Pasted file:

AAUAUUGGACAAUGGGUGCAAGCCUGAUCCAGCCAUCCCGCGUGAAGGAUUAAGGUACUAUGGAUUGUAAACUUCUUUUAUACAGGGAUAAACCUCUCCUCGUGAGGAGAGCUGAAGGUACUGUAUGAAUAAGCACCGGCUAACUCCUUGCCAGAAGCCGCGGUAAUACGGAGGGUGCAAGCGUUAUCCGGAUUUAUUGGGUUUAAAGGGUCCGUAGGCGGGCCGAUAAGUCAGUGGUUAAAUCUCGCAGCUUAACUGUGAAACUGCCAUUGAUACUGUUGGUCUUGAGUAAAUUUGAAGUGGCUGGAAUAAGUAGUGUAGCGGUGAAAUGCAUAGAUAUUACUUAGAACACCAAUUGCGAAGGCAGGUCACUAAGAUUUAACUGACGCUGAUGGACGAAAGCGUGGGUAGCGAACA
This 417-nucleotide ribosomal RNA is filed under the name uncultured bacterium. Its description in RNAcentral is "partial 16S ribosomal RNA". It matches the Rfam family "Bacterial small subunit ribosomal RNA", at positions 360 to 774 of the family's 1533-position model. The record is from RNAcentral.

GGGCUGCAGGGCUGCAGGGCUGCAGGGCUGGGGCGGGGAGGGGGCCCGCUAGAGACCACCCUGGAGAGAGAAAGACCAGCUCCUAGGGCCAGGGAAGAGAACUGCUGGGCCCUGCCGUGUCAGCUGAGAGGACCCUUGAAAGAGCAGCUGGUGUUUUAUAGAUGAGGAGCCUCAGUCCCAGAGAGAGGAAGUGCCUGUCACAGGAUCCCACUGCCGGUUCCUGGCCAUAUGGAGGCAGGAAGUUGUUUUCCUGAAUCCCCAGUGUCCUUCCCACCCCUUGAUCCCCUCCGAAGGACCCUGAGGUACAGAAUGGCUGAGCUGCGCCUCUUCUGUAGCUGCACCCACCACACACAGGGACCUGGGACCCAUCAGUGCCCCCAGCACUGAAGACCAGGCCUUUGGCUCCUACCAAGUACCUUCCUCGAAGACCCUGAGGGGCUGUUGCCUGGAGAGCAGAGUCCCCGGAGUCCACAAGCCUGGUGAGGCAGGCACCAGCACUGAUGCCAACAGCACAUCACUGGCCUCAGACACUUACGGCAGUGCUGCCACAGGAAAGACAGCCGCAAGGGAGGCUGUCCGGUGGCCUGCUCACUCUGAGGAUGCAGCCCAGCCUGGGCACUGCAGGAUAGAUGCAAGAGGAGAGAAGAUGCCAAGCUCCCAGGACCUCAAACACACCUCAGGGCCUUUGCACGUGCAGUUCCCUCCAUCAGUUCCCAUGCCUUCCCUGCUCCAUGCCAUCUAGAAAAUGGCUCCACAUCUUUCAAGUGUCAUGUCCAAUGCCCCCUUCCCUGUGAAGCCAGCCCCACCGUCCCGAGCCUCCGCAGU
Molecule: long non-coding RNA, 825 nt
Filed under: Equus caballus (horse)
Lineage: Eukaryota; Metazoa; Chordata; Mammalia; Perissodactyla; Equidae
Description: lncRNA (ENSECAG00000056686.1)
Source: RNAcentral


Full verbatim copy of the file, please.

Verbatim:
AAUAUUGGACAAUGGGUGCAAGCCUGAUCCAGCCAUCCCGCGUGAAGGAUUAAGGUACUAUGGAUUGUAAACUUCUUUUAUACAGGGAUAAACCUCUCCUCGUGAGGAGAGCUGAAGGUACUGUAUGAAUAAGCACCGGCUAACUCCUUGCCAGAAGCCGCGGUAAUACGGAGGGUGCAAGCGUUAUCCGGAUUUAUUGGGUUUAAAGGGUCCGUAGGCGGGCCGAUAAGUCAGUGGUUAAAUCUCGCAGCUUAACUGUGAAACUGCCAUUGAUACUGUUGGUCUUGAGUAAAUUUGAAGUGGCUGGAAUAAGUAGUGUAGCGGUGAAAUGCAUAGAUAUUACUUAGAACACCAAUUGCGAAGGCAGGUCACUAAGAUUUAACUGACGCUGAUGGACGAAAGCGUGGGUAGCGAACA
This 417-nucleotide ribosomal RNA is filed under the name uncultured bacterium. Its description in RNAcentral is "partial 16S ribosomal RNA". It matches the Rfam family "Bacterial small subunit ribosomal RNA", at positions 360 to 774 of the family's 1533-position model. The record is from RNAcentral.

GGGCUGCAGGGCUGCAGGGCUGCAGGGCUGGGGCGGGGAGGGGGCCCGCUAGAGACCACCCUGGAGAGAGAAAGACCAGCUCCUAGGGCCAGGGAAGAGAACUGCUGGGCCCUGCCGUGUCAGCUGAGAGGACCCUUGAAAGAGCAGCUGGUGUUUUAUAGAUGAGGAGCCUCAGUCCCAGAGAGAGGAAGUGCCUGUCACAGGAUCCCACUGCCGGUUCCUGGCCAUAUGGAGGCAGGAAGUUGUUUUCCUGAAUCCCCAGUGUCCUUCCCACCCCUUGAUCCCCUCCGAAGGACCCUGAGGUACAGAAUGGCUGAGCUGCGCCUCUUCUGUAGCUGCACCCACCACACACAGGGACCUGGGACCCAUCAGUGCCCCCAGCACUGAAGACCAGGCCUUUGGCUCCUACCAAGUACCUUCCUCGAAGACCCUGAGGGGCUGUUGCCUGGAGAGCAGAGUCCCCGGAGUCCACAAGCCUGGUGAGGCAGGCACCAGCACUGAUGCCAACAGCACAUCACUGGCCUCAGACACUUACGGCAGUGCUGCCACAGGAAAGACAGCCGCAAGGGAGGCUGUCCGGUGGCCUGCUCACUCUGAGGAUGCAGCCCAGCCUGGGCACUGCAGGAUAGAUGCAAGAGGAGAGAAGAUGCCAAGCUCCCAGGACCUCAAACACACCUCAGGGCCUUUGCACGUGCAGUUCCCUCCAUCAGUUCCCAUGCCUUCCCUGCUCCAUGCCAUCUAGAAAAUGGCUCCACAUCUUUCAAGUGUCAUGUCCAAUGCCCCCUUCCCUGUGAAGCCAGCCCCACCGUCCCGAGCCUCCGCAGU
Molecule: long non-coding RNA, 825 nt
Filed under: Equus caballus (horse)
Lineage: Eukaryota; Metazoa; Chordata; Mammalia; Perissodactyla; Equidae
Description: lncRNA (ENSECAG00000056686.1)
Source: RNAcentral